• Georgia Tech's InCommon account can issue certificates for sub domains of Georgia Tech (addresses that end in .gatech.edu) as well as non-Georgia Tech domains. If you need a certificate for a non-Georgia Tech domain, you will need to contact the InCommon admins who will assist with granting authority to sign the non-Georgia Tech domain, and provide instructions on verifying the ownership of the non-Georgia Tech domain. This is usually accomplished by uploading a unique key file to your site's docroot for verification.
  • If your site is on OIT Web Hosting, you may not need a certificate, as web hosting has a 'wildcard' / multi-site certificate that covers a lot of common Georgia Tech sub domains, and they are often willing to add additional Georgia Tech sub domains if you ask. Please see the OIT FAQ Article on SSL Certificates and Web Hosting for more information.
  • As of now OIT Web Hosting only allows creation of 2048 bit certificates. Most security standards now call for a minimum of 4096 bit SSL certificates.

Other Types of SSL Certificates

Before InCommon, there were several options for SSL certificates. You may stumble across them:

  • Paid SSL certificates - Issued by GoDaddy, Thawte, Comodo and others.
  • Self signed certificates - Generated and signed on the server that hosts them.  These are fine for development, but should never be used in production, as users will get a certificate error message in their browser when accessing a site with a self-signed certificate.
  • Georgia Tech Signed certificates - For many years, Georgia Tech had its own root certificate.  It's no longer used, but may still be on systems.  If you find this, you should remove it, as the root certificate has expired, as have any certificates signed by that root certificate.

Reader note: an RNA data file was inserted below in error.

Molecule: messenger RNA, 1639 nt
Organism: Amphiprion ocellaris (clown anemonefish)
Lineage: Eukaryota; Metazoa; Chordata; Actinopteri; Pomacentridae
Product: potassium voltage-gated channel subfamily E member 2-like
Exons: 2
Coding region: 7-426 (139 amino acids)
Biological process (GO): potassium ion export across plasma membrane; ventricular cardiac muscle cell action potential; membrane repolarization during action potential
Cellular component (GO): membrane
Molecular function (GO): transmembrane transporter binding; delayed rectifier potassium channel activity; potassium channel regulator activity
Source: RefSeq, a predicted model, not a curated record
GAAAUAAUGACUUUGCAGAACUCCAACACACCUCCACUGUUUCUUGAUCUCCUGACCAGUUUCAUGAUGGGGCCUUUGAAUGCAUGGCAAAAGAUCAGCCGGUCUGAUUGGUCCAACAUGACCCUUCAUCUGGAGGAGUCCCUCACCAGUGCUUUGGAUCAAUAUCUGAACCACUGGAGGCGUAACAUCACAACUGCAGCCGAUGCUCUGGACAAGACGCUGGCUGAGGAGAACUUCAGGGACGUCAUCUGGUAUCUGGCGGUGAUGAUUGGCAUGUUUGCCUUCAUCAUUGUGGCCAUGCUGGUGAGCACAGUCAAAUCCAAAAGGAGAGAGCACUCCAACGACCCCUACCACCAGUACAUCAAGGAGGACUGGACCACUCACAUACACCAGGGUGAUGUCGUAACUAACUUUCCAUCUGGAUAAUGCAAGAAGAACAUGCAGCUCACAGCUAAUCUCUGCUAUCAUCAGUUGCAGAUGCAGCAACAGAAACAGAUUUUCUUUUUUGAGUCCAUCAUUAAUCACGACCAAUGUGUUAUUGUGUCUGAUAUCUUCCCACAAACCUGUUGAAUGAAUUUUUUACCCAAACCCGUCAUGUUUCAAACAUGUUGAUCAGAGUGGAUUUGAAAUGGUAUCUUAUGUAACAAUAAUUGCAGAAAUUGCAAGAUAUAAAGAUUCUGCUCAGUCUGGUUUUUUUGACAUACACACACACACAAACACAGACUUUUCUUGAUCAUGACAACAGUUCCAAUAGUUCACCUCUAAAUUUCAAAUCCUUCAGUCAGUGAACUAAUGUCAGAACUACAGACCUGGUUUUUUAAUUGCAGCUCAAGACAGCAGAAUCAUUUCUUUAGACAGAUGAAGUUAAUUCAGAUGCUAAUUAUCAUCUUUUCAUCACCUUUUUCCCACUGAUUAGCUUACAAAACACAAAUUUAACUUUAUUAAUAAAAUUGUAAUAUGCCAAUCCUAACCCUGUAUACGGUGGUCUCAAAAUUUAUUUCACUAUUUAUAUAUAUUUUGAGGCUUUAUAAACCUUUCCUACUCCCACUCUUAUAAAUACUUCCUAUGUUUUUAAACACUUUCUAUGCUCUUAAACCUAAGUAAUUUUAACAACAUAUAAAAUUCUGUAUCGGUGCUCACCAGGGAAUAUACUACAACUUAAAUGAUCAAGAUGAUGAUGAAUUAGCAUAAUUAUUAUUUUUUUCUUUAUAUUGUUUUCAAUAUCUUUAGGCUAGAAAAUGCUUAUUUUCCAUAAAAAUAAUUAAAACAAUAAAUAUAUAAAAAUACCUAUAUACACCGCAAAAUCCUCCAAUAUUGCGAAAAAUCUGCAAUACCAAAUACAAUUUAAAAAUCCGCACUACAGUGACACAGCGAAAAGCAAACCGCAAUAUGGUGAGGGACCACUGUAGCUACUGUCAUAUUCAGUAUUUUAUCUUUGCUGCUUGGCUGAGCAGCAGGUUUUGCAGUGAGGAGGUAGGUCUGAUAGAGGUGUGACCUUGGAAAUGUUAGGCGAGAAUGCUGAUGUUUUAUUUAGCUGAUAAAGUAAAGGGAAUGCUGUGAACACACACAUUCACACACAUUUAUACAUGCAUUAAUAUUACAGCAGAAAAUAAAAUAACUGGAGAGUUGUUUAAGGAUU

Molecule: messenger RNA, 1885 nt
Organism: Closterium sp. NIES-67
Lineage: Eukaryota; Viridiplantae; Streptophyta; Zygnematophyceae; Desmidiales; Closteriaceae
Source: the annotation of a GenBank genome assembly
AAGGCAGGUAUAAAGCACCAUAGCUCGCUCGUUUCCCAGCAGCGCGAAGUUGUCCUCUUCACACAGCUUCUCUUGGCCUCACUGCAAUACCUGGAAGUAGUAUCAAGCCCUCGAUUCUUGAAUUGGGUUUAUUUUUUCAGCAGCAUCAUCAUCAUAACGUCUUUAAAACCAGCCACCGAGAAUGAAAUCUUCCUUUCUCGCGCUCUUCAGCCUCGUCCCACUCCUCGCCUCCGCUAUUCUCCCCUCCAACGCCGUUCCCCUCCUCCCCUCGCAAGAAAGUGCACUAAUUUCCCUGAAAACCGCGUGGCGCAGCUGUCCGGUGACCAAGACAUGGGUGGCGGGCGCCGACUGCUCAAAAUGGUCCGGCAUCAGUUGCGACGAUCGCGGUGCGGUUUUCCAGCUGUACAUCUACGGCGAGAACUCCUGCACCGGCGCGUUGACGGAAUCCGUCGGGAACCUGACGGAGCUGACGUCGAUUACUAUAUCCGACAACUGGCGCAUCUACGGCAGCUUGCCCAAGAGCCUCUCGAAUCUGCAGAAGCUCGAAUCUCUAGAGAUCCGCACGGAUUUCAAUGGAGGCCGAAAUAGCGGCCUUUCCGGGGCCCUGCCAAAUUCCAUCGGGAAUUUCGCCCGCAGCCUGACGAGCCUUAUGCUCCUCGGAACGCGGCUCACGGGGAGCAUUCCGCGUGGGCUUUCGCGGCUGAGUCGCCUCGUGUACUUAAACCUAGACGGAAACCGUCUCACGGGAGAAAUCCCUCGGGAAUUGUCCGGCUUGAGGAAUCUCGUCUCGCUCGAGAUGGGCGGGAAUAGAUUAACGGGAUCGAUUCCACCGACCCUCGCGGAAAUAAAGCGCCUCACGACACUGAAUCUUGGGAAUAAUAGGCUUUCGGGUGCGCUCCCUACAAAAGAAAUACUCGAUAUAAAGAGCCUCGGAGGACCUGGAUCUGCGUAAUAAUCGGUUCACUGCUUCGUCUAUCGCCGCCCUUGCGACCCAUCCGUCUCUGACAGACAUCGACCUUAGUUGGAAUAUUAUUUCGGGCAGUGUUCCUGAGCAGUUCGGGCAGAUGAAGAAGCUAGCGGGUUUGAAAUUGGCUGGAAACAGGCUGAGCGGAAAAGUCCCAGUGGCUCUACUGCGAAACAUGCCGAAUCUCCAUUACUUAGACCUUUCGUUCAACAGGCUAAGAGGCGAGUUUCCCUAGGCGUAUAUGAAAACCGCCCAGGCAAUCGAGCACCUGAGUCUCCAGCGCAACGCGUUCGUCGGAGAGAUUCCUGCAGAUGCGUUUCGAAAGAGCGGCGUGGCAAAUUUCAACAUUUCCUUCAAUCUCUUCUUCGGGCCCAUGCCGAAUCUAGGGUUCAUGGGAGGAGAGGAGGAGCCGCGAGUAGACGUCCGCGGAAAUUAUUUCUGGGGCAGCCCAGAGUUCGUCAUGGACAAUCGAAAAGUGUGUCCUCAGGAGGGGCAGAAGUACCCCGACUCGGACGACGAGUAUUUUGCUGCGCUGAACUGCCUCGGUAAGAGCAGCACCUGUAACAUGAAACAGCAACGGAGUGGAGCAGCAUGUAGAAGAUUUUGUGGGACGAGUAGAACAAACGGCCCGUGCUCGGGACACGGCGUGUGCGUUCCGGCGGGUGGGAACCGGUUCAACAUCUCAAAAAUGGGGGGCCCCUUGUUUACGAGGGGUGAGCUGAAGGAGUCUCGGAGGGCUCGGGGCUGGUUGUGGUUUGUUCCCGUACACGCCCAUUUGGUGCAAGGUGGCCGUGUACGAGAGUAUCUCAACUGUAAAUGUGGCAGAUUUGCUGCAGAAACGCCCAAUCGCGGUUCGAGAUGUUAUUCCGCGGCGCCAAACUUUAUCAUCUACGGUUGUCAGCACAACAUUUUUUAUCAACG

Implementing SSL Encryption

Security Best Practices

Security Best Practices kp37 Fri, 03/10/2017 - 12:41
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Patch, Patch, Patch

The most important security practice for web application software is to keep up with your software patches.  The more commonly used the application, the greater a chance that someone out there is looking for insecure installations to hack.

Systems like Drupal and WordPress are so popular that you need to be prepared to deploy security patches for them just as soon as they come out.  If your hosting server is running Installatron, you can configure it to automatically install many of these updates.  If you don't have Installatron, you can still configure WordPress to automatically install new updates on its own.  Drupal, unfortunately, requires manual intervention if you don't have an outside tool like Installatron, but modules can usually be updated from within the application.  Drupal core updates have to be installed from the command line or from a web hosting file manager control panel.

Non-security patches can be important, too, but should be tested more thoroughly before deployment since they could break things.  (Security patches could break things, too, but sometimes it may be better to break a small feature of your site temporarily than to leave it susceptible to a known vulnerability.)

Lock Down Site Access

Securing the back doors to your site is pointless if you leave the front door wide open.  Make sure you have configured your web application properly so that only the proper authorized people can access it.  

  • Consider user roles carefully and don't give out more access privileges than are necessary.
  • Audit user access lists and remove users who no longer need access (employees who no longer work for your unit, students who have graduated, anyone who has moved to a different role that doesn't need to use the application.)